Say what you will about Porsche’s tendency to get a little carried away with its niche variants for the 911, but credit should be heaped on the company for being aware of what customers want. Take the Porsche 911 GT3 for example. By every sports car metric, the 911 GT3 is a shining example of the best of Stuttgart engineering. The only problem with it is that it’s far from being the most understated 911 in the market, no thanks to its attention-grabbing aero bits. Then there’s the 911 R, the answer to prayers coming from Porsche purists who were crossing their fingers for a manual transmission 911. The 911 R was the answer to those prayers, except it was limited to just 991 units. Enter then the Porsche 911 GT3 with Touring Package. Think of it as the love child between the 911 GT3 and the 911 R, carrying elements from both models and wrapping them all up in one scintillating package.
The car’s name may not roll off the tongue as smoothly as I’d like, but remember, there is a precedence in Porsche’s history of the “Touring” name being used on a 911, specifically the 1973 Porsche Carrera 911 RS Touring. So we’ve established the roots of the 911 GT3 Touring. But far more than just being a product of Porsches-gone-by and previous iterations of the current-generation 911, the 911 GT3 Touring is a car of its own devices, understated in appearance yet ferocious in performance. In my view, this is the Porsche 911 variant that purists have been waiting for.
Continue after the jump to read more about the Porsche 911 GT3 with Touring Package
Porsche 911 GT3 Goes Stealth Mode In Frankfurt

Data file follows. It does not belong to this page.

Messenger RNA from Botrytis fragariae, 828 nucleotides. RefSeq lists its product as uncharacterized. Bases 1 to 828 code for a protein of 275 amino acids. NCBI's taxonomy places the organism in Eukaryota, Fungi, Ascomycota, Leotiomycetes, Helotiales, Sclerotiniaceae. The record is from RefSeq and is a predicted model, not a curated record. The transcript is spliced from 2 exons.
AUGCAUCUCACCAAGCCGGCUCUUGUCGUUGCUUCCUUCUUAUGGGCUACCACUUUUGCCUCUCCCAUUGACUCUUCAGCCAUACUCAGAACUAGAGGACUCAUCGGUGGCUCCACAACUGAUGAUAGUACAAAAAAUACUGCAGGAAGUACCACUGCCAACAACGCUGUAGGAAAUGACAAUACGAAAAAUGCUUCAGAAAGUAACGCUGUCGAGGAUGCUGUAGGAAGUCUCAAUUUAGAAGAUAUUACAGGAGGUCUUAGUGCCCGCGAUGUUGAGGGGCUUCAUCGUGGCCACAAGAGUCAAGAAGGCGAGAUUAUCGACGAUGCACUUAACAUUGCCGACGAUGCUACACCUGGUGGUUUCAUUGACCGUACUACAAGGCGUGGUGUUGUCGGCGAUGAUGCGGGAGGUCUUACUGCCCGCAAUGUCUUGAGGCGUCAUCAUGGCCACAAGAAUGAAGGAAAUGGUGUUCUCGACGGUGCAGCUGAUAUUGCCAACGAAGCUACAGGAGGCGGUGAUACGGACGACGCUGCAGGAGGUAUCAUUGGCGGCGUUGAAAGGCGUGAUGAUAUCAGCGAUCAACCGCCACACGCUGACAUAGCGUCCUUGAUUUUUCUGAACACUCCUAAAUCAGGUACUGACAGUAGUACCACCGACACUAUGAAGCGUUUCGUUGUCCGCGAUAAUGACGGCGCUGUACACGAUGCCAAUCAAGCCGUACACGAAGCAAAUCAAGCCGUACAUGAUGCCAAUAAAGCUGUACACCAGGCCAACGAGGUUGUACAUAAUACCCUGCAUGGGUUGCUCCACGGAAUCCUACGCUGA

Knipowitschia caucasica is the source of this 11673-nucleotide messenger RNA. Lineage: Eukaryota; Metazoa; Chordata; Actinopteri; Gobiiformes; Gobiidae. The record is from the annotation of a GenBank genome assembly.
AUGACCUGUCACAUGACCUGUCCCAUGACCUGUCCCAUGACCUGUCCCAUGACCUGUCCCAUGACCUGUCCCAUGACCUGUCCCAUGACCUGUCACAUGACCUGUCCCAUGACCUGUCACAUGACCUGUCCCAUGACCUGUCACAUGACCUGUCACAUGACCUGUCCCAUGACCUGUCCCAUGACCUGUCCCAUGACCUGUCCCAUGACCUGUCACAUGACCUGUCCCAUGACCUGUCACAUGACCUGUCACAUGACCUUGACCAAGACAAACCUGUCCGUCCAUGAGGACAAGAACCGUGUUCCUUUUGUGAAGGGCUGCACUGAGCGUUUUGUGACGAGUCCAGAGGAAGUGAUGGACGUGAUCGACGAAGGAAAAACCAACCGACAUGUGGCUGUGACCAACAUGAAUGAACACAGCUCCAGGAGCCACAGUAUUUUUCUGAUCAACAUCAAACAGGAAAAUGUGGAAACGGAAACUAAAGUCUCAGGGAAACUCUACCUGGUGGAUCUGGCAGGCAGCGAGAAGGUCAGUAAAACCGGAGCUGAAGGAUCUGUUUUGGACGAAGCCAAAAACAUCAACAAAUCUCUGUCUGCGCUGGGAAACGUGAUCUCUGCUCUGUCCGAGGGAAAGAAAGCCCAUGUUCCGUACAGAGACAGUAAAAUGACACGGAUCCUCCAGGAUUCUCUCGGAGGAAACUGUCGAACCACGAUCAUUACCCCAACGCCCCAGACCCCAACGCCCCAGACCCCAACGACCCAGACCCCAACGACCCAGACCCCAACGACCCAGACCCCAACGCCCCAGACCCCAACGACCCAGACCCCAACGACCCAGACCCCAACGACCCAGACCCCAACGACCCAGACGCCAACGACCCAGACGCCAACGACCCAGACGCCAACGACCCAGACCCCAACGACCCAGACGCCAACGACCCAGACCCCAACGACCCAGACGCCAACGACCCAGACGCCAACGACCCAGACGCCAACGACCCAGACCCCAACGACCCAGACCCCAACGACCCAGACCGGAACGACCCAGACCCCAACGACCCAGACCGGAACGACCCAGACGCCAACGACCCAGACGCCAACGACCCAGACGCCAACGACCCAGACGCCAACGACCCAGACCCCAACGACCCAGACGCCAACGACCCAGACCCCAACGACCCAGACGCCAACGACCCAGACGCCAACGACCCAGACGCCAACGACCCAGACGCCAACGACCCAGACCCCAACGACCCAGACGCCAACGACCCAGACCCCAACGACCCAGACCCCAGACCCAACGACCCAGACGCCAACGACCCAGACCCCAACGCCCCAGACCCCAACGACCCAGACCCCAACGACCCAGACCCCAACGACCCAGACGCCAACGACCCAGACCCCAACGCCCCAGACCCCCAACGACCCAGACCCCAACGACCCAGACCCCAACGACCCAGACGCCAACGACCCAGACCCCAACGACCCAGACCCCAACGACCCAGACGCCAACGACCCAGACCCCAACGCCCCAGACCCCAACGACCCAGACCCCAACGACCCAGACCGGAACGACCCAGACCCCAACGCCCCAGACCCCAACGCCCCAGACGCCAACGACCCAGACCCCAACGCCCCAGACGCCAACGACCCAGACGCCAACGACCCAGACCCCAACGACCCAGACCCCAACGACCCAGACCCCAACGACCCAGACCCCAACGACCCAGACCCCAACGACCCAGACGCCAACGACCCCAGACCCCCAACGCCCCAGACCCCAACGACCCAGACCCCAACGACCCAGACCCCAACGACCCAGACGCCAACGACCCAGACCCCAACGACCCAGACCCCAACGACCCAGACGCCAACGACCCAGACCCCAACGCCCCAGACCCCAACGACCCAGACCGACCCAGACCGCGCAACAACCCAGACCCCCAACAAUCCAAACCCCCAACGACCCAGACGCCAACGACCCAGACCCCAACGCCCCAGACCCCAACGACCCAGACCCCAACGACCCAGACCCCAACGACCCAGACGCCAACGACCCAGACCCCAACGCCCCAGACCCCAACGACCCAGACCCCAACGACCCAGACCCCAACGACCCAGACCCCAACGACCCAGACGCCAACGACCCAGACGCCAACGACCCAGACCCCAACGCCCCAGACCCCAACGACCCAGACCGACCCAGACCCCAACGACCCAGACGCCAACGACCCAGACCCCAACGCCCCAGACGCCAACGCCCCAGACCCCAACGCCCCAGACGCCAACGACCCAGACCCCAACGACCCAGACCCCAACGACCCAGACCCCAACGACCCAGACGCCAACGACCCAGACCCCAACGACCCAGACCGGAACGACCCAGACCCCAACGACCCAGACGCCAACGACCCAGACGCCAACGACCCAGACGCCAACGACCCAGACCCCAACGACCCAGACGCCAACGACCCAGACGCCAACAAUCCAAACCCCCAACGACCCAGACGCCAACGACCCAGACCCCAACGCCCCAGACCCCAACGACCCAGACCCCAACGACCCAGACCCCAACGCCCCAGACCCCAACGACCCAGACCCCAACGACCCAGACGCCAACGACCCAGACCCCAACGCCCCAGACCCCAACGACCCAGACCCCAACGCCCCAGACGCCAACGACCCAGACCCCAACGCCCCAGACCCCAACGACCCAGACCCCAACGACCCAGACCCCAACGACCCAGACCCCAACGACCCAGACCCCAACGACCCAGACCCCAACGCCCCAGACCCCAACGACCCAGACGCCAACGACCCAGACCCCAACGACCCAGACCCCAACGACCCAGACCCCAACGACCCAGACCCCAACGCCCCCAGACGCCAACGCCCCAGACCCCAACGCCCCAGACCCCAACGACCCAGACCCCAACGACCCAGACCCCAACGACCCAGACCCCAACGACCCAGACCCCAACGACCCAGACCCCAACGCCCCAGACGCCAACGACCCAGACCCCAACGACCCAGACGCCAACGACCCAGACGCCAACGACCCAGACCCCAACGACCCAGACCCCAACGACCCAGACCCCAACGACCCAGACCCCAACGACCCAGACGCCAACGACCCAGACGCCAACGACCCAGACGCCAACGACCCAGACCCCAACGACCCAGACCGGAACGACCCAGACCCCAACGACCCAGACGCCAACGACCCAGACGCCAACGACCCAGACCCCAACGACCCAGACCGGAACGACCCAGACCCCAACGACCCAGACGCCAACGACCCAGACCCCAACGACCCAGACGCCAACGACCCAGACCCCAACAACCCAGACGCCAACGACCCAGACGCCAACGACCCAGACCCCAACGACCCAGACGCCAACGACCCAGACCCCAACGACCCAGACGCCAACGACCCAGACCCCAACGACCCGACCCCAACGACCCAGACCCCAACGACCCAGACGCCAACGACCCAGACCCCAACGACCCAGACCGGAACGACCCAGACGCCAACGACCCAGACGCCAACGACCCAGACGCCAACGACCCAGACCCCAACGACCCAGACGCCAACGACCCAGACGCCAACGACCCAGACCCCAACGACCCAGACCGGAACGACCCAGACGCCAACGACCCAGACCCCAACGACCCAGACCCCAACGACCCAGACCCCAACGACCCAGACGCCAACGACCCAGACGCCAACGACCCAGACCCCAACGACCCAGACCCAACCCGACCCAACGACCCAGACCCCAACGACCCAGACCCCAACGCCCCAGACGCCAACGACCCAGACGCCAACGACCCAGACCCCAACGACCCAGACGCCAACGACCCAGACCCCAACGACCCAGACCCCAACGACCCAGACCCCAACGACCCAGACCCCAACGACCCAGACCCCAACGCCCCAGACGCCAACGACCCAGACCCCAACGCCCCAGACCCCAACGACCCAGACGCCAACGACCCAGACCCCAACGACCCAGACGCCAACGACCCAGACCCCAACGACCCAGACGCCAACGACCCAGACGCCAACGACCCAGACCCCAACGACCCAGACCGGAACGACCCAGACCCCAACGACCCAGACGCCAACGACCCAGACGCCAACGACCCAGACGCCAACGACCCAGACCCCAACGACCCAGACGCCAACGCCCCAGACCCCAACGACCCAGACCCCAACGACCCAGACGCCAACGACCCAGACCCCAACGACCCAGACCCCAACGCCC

With its enormous rear wing and track-bred attitude, the Porsche 911 GT3 is not traditionally the sort of car you want if you’re looking to fly under the radar. Now, however, Porsche is offering a stealthier alternative in the form of the new Touring package for its high-strung two-door. Following in the foot steps of the updated 2018 911 GT3 introduced earlier this year at the Geneva Motor Show, the Touring package promises a purist’s approach to going quick. For starters, the old look-at-me aero in back was replaced with a far more understated trailing lip, drawing its design inspiration from the 911 Carrera. Inside, there’s oodles of leather added everywhere. What’s more, the GT3 Touring is only offered with a six-speed manual transmission. Cue enthusiast celebration.
This latest Touring Package is a nod to the past equipment package offered on the 1973 Carrera RS, but adds a touch of modernization on top. “This variant is aimed at fans of high-quality sports cars who particularly value an understated appearance and classic driving enjoyment,” says Porsche. The GT3 Touring Package is offered in conjunction with practically every other option on the 911 GT3 table, with the exception of the Clubsport and Alcantara lines. That means the branded ceramic brakes, Chrono Package, wheel options, and similar stuff is all fair game. The Porsche 911 GT3 Touring Package is available now for 152,416 euros in Germany, or $143,600 in the U.S., matching prices for the standard model.